News release: MDH review prompts changes to water sampling procedures

News Release
February 11, 2016

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MDH review prompts changes to water sampling procedures

A Minnesota Department of Health (MDH) internal review has found inconsistent – and in some cases inadequate – procedures associated with the handling of some drinking water samples by its Environmental Health Division. Based on this finding, MDH has moved to immediately strengthen and standardize the procedures, and to conduct additional testing as needed to ensure accurate water quality assessments.

According to Minnesota Health Commissioner Dr. Ed Ehlinger, the inconsistent handling practices are unlikely to constitute a significant threat to public health but it is important to address the problem immediately and verify data through retesting where needed.

“While the situation as a whole would not suggest an increased risk for most communities, we want to ensure we have the highest level of reliability in our data on drinking water quality,” Commissioner Ehlinger said. “This inconsistency is unacceptable and should not have happened. We’re moving swiftly to correct it.”

MDH conducts routine water sampling of public drinking water systems around the state. The concern involves the holding temperature of water samples taken to determine the presence of organic chemicals, such as fertilizers, solvents and common household chemicals. The issue also potentially involves samples taken to determine the presence of inorganic compounds for which holding temperature may be an issue – specifically, cyanide and nitrite (a substance related to but not identical to nitrate). It does not involve samples taken to analyze for the presence of viruses or other infectious agents, fluoride, radionuclides, arsenic, lead, mercury or other heavy metals.

In 2015, MDH tested around 2,800 drinking water samples for organic chemicals. This work represented about 30 percent of the total water samples collected and analyzed that year, although the numbers may vary from year to year. While current federal guidelines for monitoring of various compounds including organic chemicals require water samples to be kept at or near 4 degrees Celsius during transport from the collection site to the laboratory, in some cases samples were transported at room temperature. This may have caused some samples to degrade and provide results lower than the true value. In most cases, the data were unlikely to have been off by a large margin, but the inconsistent practices introduced an unacceptable level of uncertainty to the data.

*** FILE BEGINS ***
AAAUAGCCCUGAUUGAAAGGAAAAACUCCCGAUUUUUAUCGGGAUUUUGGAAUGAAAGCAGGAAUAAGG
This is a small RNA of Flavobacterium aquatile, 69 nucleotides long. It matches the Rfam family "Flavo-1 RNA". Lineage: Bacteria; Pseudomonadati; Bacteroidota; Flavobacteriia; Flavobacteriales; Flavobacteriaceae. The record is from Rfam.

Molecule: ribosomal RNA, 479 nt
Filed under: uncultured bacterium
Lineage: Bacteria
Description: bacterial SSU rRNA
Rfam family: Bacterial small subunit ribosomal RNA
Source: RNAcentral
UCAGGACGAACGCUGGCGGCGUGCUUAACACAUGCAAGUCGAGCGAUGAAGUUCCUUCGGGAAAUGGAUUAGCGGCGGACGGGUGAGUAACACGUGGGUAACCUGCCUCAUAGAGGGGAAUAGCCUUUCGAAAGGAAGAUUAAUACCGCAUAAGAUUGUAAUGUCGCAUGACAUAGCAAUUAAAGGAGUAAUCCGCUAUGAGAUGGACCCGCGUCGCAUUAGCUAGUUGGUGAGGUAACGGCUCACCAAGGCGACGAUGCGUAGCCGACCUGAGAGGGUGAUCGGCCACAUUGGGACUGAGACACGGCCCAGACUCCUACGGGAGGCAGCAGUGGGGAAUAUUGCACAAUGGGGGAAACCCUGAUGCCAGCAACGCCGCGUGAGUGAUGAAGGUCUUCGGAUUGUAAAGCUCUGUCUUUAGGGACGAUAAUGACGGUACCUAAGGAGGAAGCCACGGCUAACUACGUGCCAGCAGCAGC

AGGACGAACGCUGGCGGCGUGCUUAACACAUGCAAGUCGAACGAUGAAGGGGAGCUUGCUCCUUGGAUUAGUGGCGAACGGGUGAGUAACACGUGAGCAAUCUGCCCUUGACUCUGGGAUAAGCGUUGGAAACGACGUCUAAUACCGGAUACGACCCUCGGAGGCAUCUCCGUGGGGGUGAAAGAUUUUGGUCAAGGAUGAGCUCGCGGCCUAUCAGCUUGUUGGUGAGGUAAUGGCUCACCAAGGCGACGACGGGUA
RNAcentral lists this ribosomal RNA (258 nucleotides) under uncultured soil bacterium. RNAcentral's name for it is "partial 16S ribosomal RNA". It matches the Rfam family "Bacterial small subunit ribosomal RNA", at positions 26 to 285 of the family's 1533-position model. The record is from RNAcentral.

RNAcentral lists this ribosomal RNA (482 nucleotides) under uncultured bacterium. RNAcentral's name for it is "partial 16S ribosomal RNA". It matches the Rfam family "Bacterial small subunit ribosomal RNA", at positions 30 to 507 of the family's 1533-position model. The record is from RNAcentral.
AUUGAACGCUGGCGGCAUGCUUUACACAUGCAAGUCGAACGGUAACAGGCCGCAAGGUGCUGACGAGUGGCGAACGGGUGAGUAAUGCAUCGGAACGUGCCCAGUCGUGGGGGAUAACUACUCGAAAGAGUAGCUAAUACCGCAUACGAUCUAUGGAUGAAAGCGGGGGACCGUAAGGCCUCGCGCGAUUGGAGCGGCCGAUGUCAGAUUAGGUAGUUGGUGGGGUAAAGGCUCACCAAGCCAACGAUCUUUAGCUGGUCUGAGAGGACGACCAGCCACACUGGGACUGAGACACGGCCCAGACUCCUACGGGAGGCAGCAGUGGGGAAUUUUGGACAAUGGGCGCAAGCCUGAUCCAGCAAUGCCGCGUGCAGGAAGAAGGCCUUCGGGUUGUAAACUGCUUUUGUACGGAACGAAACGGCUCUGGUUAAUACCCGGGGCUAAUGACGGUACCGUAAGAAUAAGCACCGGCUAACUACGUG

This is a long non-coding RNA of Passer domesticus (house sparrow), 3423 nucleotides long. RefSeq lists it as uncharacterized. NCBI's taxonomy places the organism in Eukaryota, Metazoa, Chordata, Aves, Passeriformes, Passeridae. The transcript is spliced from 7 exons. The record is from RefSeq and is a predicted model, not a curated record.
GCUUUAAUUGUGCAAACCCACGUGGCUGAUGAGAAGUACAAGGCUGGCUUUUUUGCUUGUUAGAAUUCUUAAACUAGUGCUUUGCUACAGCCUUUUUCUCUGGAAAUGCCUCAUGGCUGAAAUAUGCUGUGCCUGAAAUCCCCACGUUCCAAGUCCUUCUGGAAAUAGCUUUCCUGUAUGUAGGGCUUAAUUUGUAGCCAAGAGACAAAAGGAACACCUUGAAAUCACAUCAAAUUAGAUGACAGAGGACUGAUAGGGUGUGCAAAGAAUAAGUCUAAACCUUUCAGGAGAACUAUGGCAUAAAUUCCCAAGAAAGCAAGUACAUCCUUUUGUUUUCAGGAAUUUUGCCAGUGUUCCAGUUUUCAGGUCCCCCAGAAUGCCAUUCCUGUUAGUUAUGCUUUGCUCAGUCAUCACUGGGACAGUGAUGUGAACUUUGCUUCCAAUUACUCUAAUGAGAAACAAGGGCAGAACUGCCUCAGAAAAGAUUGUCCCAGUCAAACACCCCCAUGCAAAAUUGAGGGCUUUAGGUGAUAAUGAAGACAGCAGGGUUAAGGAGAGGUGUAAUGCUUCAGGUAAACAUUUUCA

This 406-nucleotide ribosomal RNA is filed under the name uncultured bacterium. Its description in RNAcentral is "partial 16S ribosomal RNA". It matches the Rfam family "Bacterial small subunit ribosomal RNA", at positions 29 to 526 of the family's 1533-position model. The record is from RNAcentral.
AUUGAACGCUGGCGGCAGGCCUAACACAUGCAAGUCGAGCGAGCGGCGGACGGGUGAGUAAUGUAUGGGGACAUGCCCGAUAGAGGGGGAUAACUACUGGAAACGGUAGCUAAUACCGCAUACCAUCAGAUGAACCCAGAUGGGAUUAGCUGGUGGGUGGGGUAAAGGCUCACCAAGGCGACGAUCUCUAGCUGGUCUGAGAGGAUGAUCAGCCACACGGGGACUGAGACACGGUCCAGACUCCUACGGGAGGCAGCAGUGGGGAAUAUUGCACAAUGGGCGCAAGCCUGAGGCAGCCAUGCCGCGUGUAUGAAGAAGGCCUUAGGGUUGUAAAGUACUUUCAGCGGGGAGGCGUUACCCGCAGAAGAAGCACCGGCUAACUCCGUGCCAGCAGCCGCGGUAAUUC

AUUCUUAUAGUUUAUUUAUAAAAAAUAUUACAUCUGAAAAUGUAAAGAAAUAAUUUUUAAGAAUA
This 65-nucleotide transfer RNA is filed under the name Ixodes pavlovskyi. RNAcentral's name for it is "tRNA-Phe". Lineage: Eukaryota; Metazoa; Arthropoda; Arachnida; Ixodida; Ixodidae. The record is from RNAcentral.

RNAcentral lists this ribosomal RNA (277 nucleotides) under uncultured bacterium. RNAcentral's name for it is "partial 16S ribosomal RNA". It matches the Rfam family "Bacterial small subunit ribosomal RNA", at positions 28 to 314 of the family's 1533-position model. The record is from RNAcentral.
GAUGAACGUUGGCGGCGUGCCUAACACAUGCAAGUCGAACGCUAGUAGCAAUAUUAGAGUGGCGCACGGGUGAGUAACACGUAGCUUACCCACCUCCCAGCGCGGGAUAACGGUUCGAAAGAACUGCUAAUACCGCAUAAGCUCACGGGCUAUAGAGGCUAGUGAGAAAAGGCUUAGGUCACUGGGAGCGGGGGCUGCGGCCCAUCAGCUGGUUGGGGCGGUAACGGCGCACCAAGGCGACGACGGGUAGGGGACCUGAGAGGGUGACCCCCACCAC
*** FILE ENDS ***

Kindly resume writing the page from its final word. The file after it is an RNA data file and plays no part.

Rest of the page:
The MDH response plan for this issue includes the following elements:

  • Immediate communication and training for staff to ensure all water samples are kept at proper temperature during transport from collection site to laboratory;
  • Evaluation of past monitoring results to determine which results complied with the temperature requirements;
  • Prioritized retesting of water systems based on factors including past monitoring results; and
  • A broad, independent review of water sample handling procedures and practices of the department.

According to MDH Environmental Health Division Director Tom Hogan, the review that brought this issue to light indicates these inconsistent practices may have been in place since the early 1990s, at which point it seems updated guidance from the U.S. Environmental Protection Agency (EPA) was inconsistently implemented by the program.

“These practices should have been uniformly modified to comply with up-to-date EPA guidelines, and the division did not do so,” Hogan said. “We take our responsibilities in this area very seriously, and we deeply regret this oversight. We are taking immediate steps to set this right.”

Hogan noted that other state agencies have data regarding compounds in public waters, and these data indicate the risk to Minnesotans is limited.

“Even though that evidence would suggest the risk to communities is low, recent events like the case in Flint, Michigan, show the special expectations that exist around drinking water safety,” Hogan said. “That’s why we are going to immediately resample systems determined to have the greatest potential to be affected by the temperature inconsistencies. We will prioritize this work based on potential risk factors and will be working with laboratories to analyze the samples as quickly as possible.”

More information: MDH Resampling Update.


Media inquiries:

Doug Schultz
MDH Communications